Mindfulness: The Path to Caring for Patients’ Spiritual Well-being

Story: Ekkapop Sittiwantana

Many people associate the word mindfulness with monks and strict buddhists but in actual fact, mindfulness should be a subject of interest for patients and their caregivers. Mindfulness is very effective in helping patients overcome their suffering and even peacefully reconcile themselves to death. This article outlines the process of introducing teachings from the Sangha for Patient Care Foundation’s training workshop and discussion seminar along with material on mindfulness to the spiritual healing of patients in different circumstances.  

Mindfulness is Integral to Patient-Centered Care 

We often hear that patient-centered care is important, that caregivers should be attuned to the feelings and needs of their patient, and provide them with appropriate care. The caregiver does not serve their own interests. The reality, however, is that patient-centered care is not easily realized, because patients are often in a fragile state and are vested with less power than their caregiver. Therefore, caregivers — whether relatives or healthcare professionals — must be mindful. They must be sensitive to the extent their own thinking and behavior aligns with their patient’s needs, and whether they are respecting their patient’s dignity. 

Be in the Present

As monks, volunteers, nurses, and those who have had the experience of tending to patients’ spirits, have all reflected: “There is no perfect formula to follow from step 1, to step 2, to step 3; rather, we must be present with the state of the patient before us”. Healing patients is an art that is served by a compassionate spirit, the mindfulness to receive the entirety of the situation of the patient sitting before us, and the ability to respond to what unfolds. 

For example, there was a monk who was invited to talk to a patient with depression. However, when he arrived at the patient’s bedside, he found that the patient did not want to speak to him, saying that they were tired and wanted to rest. Therefore, he decided to tell the patient, “Please close your eyes, I’ll keep you company”. On his second visit, the patient gave him a warm welcome. The patient’s responsiveness in the second visit arose from their feeling that the monk was there as a friend, rather than to cram in teachings.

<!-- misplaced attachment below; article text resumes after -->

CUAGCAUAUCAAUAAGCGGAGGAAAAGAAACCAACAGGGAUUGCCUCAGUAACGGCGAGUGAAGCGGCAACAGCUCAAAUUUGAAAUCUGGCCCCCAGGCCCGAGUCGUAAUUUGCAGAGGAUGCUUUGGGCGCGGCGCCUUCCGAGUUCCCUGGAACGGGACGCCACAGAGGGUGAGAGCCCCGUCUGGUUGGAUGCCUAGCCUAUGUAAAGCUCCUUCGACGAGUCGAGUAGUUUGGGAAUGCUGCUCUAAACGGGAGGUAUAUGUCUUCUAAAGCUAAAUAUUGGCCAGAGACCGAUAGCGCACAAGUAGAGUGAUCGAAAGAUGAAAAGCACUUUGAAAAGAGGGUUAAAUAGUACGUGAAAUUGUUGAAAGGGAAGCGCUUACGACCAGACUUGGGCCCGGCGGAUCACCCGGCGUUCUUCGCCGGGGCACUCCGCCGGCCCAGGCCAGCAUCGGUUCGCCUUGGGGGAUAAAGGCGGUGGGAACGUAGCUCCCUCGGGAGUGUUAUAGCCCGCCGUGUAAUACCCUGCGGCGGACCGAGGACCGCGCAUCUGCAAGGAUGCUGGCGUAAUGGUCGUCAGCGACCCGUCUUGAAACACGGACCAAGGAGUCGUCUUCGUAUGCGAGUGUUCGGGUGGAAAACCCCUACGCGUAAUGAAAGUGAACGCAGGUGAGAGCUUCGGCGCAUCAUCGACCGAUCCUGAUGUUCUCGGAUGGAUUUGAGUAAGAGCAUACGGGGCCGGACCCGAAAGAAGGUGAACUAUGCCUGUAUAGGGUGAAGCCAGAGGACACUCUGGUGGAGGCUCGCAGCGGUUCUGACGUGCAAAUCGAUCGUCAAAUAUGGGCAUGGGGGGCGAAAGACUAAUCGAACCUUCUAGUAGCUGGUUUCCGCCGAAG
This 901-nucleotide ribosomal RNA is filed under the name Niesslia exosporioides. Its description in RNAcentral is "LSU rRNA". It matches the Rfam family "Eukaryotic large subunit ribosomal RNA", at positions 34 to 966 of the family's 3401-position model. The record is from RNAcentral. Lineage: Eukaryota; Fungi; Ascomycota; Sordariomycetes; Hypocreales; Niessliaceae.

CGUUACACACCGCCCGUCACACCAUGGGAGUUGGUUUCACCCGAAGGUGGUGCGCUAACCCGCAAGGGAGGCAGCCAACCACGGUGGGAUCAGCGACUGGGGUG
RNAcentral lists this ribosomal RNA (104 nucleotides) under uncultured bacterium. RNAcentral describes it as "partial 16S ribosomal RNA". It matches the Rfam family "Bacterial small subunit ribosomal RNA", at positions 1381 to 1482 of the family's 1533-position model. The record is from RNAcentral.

Listen from the Heart

One of the concrete ways of holding space in the present with the patient is to listen from the heart. Rather than merely comprehending what the patient is saying, the interlocutor listens for the patient’s deeply-held feelings, needs and values that are important to them. They do not hasten to solve the patient’s problems for them. Listening from the heart will signal to the patient that they have a friend who understands. The patient can voice what they have long repressed. Sometimes, the patient may find the solution to their problem in the process of describing it. To listen from the heart is only possible if the caregiver listens mindfully. 

Mindful Touch 

Mindfully touching the patient — carefully holding their hand, massaging their hands, feet or forehead, gently rubbing their stomach — can give that touch warmth, clarity and even have the power to bring patients out of spiralling thoughts and return them to the present. Touching with care can also create a connection between the patient and their caregiver, and sometimes reduce the patient’s pain and suffering. There was a terminally-ill child who was in pain and wanted nothing else but to hold the hand of a trusted nurse. After holding the nurse’s hand for half an hour, the child’s pain lessened and they told the nurse to continue with her work. 

Encouraging Patients to Practice Mindfulness and Be with Pain

The suffering of the spirit is derived from the fictions of the self, feelings of regret and anger towards the past and anxieties about the future. A spirit mired in these distractions often aggravates its suffering. Caregivers can encourage patients to detach from them by creating a “grounding tool” that provides their spirit with an anchor, so that it does not drift towards distraction and suffering. 

The caregiver might invite their patient to focus on their breath, meditate, turn their palms towards the ceiling and then to the floor, pray, practice compassion meditation, recite passages on meditation, or even listen to their favorite songs — these can all be tools for grounding the spirit. Once the spirit is occupied, then it will not become distracted and lost in the past or the future. The patient’s suffering often decreases; their physical discomfort is also assuaged. That being said, when employing various techniques to guide the patient to mindfulness, the caregiver must be mindful, confident and well-practiced. They must also have experienced the merit of applying these techniques to their own suffering.  

Mindfully caring for the spiritual well-being of patients is of boundless virtue. It is not only the patient who receives care, but the caregiver themselves that is also healed from their own compassion. The caregiver also practices their own mindfulness, their ability to stay with the present and sensitivity to their own spirit. They also have the opportunity to examine the truth of life. Mindfully caring for patients is a path that illuminates the caregiver’s life and gives the patient a peaceful death.